Smithsonian’s NMAI teams with three organizations to celebrate the work of indigenous filmmakers The Smithsonian National Museum of the American Indian (NMAI), in conjunction with Taos Talking Pictures, the Institute of American Indian Arts and Plan B, will present Native Showcase 2001, a series featuring the best in works by and about American Indians. The event represents the first time the NMAI’s Film and Video Center has presented event an outside the East Coast.
The NMAI’s Native Cinema Showcase 2001, which takes place August 15-19, includes a program with featured artist Victor Masayesva Jr., a renowned Hopi filmmaker and photographer, who will present his classic Imagining Indians, as well as the premiere of a new video, The Color of Wilderness and a series of slides exploring the nature of time. Chris Eyre, director of the landmark film Smoke Signals, will show in public, for the first time, scenes from his upcoming film, Skins, starring Graham Greene.
“The National Museum of the American Indian is extremely pleased to present and showcase during Santa Fe’s Indian Market some of the newest and most creative Native films,” said Rick West, the director of NMAI. “This event is very much in keeping with the museum’s ongoing programs to encourage and utilize the talents of Native filmmakers and to share their media with both Native and mainstream American communities.”
Other programs include: * The Doe Boy: Winner of the Perrier “Bubbling Under” Award at the 2001 Taos Talking Picture Festival, this debut feature by Randy Redroad offers a moving and insightful portrait of a sensitive young man finding his way in a world where blood matters.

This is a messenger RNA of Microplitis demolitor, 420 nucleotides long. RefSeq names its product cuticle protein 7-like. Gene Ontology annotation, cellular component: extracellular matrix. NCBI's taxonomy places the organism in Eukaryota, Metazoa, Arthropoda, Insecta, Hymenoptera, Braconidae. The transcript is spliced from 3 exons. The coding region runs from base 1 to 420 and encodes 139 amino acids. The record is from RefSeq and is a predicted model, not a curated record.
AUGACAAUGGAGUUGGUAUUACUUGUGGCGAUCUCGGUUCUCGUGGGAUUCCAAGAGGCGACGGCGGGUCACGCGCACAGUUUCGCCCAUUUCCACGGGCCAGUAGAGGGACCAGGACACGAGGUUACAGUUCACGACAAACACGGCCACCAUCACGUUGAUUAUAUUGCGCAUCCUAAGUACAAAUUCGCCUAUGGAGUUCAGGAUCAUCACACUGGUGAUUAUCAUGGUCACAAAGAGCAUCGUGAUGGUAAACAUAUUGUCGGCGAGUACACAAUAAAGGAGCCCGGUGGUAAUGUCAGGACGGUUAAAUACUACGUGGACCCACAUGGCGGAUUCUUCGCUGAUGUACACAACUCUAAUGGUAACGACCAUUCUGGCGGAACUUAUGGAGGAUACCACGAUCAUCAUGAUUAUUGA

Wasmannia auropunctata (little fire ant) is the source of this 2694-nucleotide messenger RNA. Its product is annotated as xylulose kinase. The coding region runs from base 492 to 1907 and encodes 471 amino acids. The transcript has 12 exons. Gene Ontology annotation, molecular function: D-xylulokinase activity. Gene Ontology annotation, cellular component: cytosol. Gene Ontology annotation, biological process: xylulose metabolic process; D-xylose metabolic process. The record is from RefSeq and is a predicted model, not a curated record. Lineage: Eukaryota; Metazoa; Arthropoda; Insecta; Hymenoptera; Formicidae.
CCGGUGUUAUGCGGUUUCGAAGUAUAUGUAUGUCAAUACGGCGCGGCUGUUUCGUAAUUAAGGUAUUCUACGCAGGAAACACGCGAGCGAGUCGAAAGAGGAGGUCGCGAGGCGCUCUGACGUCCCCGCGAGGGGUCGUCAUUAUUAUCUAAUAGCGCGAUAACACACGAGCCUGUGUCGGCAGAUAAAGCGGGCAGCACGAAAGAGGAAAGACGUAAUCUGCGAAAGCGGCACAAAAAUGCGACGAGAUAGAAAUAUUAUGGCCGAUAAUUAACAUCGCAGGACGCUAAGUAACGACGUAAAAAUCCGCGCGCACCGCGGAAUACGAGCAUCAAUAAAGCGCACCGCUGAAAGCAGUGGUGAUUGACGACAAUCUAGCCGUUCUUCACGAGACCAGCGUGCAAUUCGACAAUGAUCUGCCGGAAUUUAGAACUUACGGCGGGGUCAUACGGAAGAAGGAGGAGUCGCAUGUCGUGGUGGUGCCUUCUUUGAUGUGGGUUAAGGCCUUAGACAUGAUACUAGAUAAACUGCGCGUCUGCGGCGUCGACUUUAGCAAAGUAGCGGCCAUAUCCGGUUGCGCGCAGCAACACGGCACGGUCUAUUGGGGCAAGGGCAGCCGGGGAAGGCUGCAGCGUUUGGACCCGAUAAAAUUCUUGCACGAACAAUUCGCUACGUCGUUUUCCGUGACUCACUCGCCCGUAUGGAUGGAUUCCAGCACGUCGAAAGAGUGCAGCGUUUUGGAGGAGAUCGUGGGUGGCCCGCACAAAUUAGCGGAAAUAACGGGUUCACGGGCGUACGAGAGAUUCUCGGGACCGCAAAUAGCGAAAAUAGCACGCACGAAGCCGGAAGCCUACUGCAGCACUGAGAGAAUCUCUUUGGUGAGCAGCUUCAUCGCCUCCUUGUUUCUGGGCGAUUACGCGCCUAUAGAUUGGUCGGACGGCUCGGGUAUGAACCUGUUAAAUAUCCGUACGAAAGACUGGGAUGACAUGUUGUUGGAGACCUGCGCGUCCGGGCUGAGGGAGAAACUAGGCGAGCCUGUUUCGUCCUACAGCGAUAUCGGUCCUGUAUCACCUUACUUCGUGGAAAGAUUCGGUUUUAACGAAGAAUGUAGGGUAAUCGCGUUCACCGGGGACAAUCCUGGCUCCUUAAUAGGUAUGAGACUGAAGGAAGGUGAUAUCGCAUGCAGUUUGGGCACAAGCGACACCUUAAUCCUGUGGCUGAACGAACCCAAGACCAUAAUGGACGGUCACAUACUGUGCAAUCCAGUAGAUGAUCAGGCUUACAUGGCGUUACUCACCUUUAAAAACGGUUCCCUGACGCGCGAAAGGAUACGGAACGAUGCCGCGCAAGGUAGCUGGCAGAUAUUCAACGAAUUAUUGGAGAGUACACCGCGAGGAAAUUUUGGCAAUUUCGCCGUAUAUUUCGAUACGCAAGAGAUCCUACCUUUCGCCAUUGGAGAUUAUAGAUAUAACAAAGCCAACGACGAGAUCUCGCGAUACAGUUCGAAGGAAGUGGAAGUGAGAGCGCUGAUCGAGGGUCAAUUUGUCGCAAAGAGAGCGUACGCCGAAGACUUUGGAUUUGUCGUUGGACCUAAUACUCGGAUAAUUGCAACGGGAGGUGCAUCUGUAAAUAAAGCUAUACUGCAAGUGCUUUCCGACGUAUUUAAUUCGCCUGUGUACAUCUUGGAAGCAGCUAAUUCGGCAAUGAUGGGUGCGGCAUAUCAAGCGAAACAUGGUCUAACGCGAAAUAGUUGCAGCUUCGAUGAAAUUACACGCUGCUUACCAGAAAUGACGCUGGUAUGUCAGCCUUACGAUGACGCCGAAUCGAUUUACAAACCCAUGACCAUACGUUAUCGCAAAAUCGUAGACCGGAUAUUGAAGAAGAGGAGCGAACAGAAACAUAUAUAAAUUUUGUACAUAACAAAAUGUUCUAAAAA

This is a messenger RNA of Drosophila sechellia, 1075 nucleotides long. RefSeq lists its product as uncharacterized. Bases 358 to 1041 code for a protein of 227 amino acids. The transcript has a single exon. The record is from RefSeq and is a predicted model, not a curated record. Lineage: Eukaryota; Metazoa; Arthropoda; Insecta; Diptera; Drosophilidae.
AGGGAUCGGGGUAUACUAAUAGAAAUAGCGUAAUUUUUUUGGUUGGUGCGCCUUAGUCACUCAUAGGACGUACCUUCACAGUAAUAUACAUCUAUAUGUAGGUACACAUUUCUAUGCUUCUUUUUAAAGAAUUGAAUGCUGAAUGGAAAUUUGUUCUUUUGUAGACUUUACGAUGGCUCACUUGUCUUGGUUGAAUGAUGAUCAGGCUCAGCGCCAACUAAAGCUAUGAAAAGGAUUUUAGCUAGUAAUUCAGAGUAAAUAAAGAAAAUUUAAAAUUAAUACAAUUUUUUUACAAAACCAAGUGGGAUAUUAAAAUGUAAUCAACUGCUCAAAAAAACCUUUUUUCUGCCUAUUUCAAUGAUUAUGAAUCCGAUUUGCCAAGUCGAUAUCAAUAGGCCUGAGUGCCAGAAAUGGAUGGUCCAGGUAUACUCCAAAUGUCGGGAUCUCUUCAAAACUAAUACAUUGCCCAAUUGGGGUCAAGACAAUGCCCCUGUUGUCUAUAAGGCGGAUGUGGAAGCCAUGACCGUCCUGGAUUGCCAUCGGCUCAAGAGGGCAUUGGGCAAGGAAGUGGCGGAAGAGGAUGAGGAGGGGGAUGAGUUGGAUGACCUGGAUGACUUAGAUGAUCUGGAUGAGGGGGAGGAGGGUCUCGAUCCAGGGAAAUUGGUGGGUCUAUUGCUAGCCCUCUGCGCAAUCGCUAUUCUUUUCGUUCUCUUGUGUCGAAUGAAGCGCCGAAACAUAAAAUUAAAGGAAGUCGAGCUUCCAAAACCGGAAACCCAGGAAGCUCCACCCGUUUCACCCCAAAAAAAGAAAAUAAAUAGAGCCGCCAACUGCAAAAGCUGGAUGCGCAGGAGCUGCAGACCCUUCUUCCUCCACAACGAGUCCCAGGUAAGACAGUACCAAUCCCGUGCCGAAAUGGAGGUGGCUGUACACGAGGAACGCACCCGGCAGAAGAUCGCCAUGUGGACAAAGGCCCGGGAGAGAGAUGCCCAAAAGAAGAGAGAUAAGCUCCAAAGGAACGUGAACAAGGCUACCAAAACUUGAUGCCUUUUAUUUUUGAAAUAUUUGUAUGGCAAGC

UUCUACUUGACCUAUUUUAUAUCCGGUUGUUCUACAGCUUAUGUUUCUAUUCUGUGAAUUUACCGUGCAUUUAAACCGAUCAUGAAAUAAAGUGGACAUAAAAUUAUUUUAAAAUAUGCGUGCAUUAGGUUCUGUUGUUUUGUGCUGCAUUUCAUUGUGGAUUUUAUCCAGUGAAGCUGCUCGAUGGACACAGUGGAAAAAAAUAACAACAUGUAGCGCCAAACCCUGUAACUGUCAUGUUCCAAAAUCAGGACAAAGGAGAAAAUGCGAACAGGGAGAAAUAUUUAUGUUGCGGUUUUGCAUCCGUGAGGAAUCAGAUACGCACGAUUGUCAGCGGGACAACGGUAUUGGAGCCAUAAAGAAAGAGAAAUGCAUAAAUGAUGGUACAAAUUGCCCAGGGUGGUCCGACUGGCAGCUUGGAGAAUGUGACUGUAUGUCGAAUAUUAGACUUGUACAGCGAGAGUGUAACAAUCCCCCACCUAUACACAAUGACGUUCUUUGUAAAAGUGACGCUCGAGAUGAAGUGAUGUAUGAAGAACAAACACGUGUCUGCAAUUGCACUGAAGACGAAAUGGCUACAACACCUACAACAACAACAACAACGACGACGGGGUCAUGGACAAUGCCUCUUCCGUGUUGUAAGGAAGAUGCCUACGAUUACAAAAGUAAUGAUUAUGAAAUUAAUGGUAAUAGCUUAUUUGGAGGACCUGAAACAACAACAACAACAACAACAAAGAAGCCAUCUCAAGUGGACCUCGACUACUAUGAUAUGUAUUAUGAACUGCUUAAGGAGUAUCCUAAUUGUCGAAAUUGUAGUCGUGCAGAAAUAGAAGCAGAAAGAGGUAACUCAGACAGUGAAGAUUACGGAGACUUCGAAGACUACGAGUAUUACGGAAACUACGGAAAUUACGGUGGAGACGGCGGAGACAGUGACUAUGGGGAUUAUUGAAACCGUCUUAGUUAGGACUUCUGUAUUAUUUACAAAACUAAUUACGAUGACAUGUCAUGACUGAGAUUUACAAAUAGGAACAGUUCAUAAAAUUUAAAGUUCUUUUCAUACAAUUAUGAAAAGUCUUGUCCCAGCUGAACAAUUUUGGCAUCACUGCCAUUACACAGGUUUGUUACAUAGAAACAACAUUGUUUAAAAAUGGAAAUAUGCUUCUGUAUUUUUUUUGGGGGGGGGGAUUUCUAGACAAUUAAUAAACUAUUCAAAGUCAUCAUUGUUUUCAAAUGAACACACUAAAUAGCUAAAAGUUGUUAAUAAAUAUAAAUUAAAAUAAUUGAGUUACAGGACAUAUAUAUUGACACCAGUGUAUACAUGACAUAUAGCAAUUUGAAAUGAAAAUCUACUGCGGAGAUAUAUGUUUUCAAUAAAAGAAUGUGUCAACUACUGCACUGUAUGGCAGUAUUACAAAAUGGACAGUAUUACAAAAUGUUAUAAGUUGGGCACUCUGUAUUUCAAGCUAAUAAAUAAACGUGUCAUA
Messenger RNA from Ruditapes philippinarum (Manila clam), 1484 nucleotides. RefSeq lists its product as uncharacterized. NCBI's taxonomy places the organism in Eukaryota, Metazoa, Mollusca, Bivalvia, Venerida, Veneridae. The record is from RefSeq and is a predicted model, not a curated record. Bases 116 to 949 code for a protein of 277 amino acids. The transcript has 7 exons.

* House Made of Dawn: Adapted from N. Scott Momaday’s Pulitzer Prize-winning novel, this 1972 film (shown in a rare 35mm print) examines the loss and reclaiming of identity of a young Native man. Actor/composer (and noted storyteller) Larry Littlebird will discuss the film with Momaday following the screening.
* Bearwalker: Shirley Cheechoo won the best director award at the ReelWorld Festival for this drama about the racism and abuse that explode into the lives of four sisters.
* Alcatraz Is Not an Island: Jim Fortier’s award-winning film tells the story of one of the most important civil rights actions of the 1960s - the takeover of Alcatraz - which helped launch the so-called “Red Power” movement.
* Filmmakers’ panel: A live discussion of the challenges facing Native filmmakers as they attempt to tell their stories using film and video.
* Indian Humor: a collection of short, Native-produced comedies from the NMAI archives. “The directors, actors, writers, and cultural activists whose work is being shown this week in Santa Fe bring to their work such originality and talent,” said Elizabeth Weatherford, the head of NMAI’s Film and Video Center. “The heart of this year’s Showcase is in the way fiction can move us to new understandings, thrill or sadden us, and leave us with a sense of being on journeys we might otherwise never have taken.”